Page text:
WO 01/28049 (hereinafter the '049 reference) discusses a vertical lasing semiconductor optical amplifier (VLSOA) in which an optical signal travels in a longitudinal direction along an amplifying path, the amplifying path including a semiconductor gain medium, the semiconductor gain medium forming the active medium of a plurality of vertical cavity surface emitting lasers (VCSELs) oriented vertically with respect to the amplifying path. The VCSELs are operated above threshold so as to cause lasing action therein. As the optical signal propagates through the active region, it is amplified by a gain multiplier due to stimulated emission of additional photons. The gain multiplier is substantially constant, i.e., independent of the amplitude of the optical signal, because the laser radiation produced by the VCSELs acts as a ballast to prevent gain saturation.
  • [0006]
    However, the VLSOA set forth in the '049 reference may experience performance problems due to non-uniformities in the lasing field of the VCSELs. In a non-uniform lasing field, the photon density of the active medium contains undesirable variations that cause the gain experienced by the optical signal to vary, often unpredictably, with time and space within the active medium. One source of such non-uniformity involves the presence of higher-order transverse modes in the vertical cavities, the photon density concentrating in differing spatial patterns depending on which higher-order transverse mode is present. Moreover, when higher-order transverse modes are present, they may be highly unstable. The particular transverse mode dominating at any given instant may vary chaotically with even the smallest variations in excitation current. Operation of the SOA device is compromised in terms of gain multiplier magnitude, gain multiplier stability, and/or saturable power performance.
  • [0007]
    Another source of non-uniformity in the lasing field arises from practical problems encountered in real-world device fabrication. The growth of “perfect” epitaxial layers being extremely difficult or impermissibly expensive to achieve, real-world devices will have some statistical population of local defects in the semiconductor layers such as crystal dislocations, pitting, voids, etc. Such defects in the epitaxial growth can be a point of lower electrical resistance than the surrounding epitaxial areas. The higher electrical current flowing through these points of lower electrical resistance can create “hot spots” which cause spatially non-uniform currents in the affected areas of the gain medium. The spatially non-uniform currents can adversely affect the lasing action of the VCSEL cavities and cause non-uniform photon densities, again resulting in non-uniform gain and compromised device performance. The area of lasing non-uniformity in the gain medium can extend substantially beyond the immediate region of the local crystal defect. Moreover, the electrical current being funneled through a “hot spot” from the surrounding regions can grow to such a magnitude that overheating and device failure can result.
  • [0008]
    Accordingly, it would be desirable to provide a vertically lasing semiconductor optical amplifier that is operationally robust in terms of gain multiplier magnitude, gain multiplier temporal stability, and saturable power performance.
  • [0009]
    It would be further desirable to provide a vertically lasing semiconductor optical amplifier having increased tolerance to local defects that may occur in the epitaxial growth stages of device fabrication.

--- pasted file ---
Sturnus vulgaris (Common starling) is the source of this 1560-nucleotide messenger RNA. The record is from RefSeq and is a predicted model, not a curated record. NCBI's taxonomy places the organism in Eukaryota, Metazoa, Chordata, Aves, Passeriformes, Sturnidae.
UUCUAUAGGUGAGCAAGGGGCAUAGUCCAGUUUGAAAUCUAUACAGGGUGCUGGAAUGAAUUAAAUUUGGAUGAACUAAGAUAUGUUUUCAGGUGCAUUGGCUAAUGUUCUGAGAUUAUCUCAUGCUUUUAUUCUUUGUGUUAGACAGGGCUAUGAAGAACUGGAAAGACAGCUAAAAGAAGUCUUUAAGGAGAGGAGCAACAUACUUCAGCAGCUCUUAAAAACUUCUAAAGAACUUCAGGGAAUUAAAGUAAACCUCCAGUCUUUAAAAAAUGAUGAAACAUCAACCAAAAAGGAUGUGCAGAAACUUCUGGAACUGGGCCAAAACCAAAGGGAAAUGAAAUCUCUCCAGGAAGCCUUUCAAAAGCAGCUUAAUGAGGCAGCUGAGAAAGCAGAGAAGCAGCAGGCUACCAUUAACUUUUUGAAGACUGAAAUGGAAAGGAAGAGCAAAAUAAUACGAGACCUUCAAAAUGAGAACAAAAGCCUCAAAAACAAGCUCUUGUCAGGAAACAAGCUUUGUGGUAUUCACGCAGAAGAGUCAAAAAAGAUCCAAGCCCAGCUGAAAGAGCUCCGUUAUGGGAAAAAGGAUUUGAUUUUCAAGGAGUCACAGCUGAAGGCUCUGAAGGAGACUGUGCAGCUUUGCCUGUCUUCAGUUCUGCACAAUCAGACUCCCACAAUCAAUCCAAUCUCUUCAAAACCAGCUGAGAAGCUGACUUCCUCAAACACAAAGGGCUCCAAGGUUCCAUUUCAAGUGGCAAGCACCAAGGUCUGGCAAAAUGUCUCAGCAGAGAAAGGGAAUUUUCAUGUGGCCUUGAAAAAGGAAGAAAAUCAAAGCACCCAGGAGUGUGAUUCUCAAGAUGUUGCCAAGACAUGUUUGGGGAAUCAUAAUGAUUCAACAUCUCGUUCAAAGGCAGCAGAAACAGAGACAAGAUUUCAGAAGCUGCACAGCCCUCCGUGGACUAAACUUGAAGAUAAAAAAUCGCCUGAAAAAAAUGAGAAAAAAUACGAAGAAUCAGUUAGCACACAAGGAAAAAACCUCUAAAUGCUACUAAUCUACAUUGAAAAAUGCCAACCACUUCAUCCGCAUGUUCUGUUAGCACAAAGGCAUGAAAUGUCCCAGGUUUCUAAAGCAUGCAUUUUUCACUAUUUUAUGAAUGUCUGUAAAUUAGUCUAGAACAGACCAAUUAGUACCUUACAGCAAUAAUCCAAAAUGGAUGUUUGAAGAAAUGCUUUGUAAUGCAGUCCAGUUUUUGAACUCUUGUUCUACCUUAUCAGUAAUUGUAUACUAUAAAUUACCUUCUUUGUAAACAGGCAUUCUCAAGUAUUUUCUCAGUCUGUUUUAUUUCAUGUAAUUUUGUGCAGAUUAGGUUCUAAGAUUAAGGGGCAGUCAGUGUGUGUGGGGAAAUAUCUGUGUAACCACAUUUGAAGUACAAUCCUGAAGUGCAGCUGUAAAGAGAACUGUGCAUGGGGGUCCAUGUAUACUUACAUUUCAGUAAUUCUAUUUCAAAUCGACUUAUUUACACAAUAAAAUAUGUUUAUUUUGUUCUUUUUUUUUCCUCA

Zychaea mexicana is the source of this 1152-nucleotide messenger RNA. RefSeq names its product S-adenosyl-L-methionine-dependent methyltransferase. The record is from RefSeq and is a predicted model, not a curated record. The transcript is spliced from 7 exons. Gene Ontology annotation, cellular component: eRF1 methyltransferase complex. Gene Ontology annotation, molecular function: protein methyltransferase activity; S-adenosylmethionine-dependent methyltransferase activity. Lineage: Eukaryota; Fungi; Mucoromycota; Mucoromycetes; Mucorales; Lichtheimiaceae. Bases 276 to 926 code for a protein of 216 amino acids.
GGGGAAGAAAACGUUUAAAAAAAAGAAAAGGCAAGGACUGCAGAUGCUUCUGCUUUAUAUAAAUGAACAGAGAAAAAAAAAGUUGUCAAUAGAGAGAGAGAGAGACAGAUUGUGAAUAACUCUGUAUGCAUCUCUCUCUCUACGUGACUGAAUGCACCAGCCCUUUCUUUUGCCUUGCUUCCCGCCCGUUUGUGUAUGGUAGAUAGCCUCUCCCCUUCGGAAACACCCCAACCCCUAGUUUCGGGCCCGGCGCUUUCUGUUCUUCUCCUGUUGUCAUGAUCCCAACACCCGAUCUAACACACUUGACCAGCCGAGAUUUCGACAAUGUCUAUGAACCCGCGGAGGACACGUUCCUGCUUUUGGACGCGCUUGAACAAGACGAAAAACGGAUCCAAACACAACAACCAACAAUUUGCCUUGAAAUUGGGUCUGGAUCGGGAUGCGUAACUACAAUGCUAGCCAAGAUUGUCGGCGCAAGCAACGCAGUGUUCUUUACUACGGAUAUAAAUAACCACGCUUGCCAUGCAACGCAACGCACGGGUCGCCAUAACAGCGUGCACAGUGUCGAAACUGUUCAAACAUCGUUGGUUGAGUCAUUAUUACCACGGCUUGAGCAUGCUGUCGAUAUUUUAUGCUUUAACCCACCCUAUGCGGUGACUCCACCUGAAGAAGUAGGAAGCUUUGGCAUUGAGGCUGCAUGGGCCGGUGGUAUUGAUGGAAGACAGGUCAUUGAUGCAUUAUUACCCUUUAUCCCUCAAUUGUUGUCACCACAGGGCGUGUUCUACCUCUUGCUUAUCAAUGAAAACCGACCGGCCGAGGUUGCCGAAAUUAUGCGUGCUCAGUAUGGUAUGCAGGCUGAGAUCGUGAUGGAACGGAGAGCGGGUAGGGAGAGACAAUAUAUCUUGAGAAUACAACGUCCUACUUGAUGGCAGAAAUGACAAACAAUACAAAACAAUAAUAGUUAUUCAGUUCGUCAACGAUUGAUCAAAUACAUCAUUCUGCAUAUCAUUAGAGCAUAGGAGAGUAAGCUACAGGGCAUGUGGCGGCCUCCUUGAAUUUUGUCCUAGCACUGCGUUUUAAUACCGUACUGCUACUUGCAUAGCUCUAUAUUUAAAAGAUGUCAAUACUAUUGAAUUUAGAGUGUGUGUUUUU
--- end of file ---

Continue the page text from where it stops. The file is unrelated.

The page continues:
• SUMMARY
  • [0010]
    A semiconductor optical amplifier (SOA) apparatus and related methods are provided for amplifying an optical signal, the SOA comprising an integrated plurality of vertical cavity surface emitting lasers (VCSELs) having a common gain medium layer, the SOA further comprising a signal waveguide extending horizontally through the VCSELs near the gain medium layer such that the optical signal is amplified while propagating therethrough, wherein each VCSEL is configured and dimensioned to achieve smooth, single-transverse-mode lasing action for promoting spatially uniform and temporally stable gain of the optical signal as it propagates along the signal waveguide. Although integrated onto a common substrate, the VCSELs are functionally isolated from each other, each building up its own distinct lasing field responsive to a distinct electrical pump current therethrough. Each VCSEL is configured and dimensioned to suppress higher order or otherwise uneven lasing modes at nominal bias levels. When each VCSEL is achieving smooth, single-transverse-mode lasing action at its nominal bias levels, the current density in the gain medium is even and temporally stable, thereby resulting in spatially uniform and temporally stable amplification of the optical signal.
  • [0011]
    According to a preferred embodiment, neighboring VCSELs are functionally isolated from each other by separation zones formed by electrically isolating implants. Preferably, the SOA comprises several dozens to several hundreds of functionally isolated VCSELs positioned along the optical signal path, the gain medium of each VCSEL providing only a small portion of the overall signal gain. Advantageously, if a local defect arises during device fabrication that causes a “hot spot” to occur or that otherwise causes uneven lasing to occur at nominal bias levels, the spatial and operational scope of that defect is limited to its particular VCSEL. Furthermore, because that VCSEL is associated with only a small percentage of the overall signal gain, it is more likely that there will be only minor implications for overall device performance due to that local defect. According to one preferred embodiment, the VCSEL containing the local defect is operated at a lower bias level sufficient for gain medium transparency. According to another preferred embodiment, the bias level of that VCSEL is set to the lesser of (a) a nominal bias level for that VCSEL, or (b) a uniformity threshold bias level above which multi-transverse-mode or otherwise uneven lasing action is observed to occur in that VCSEL.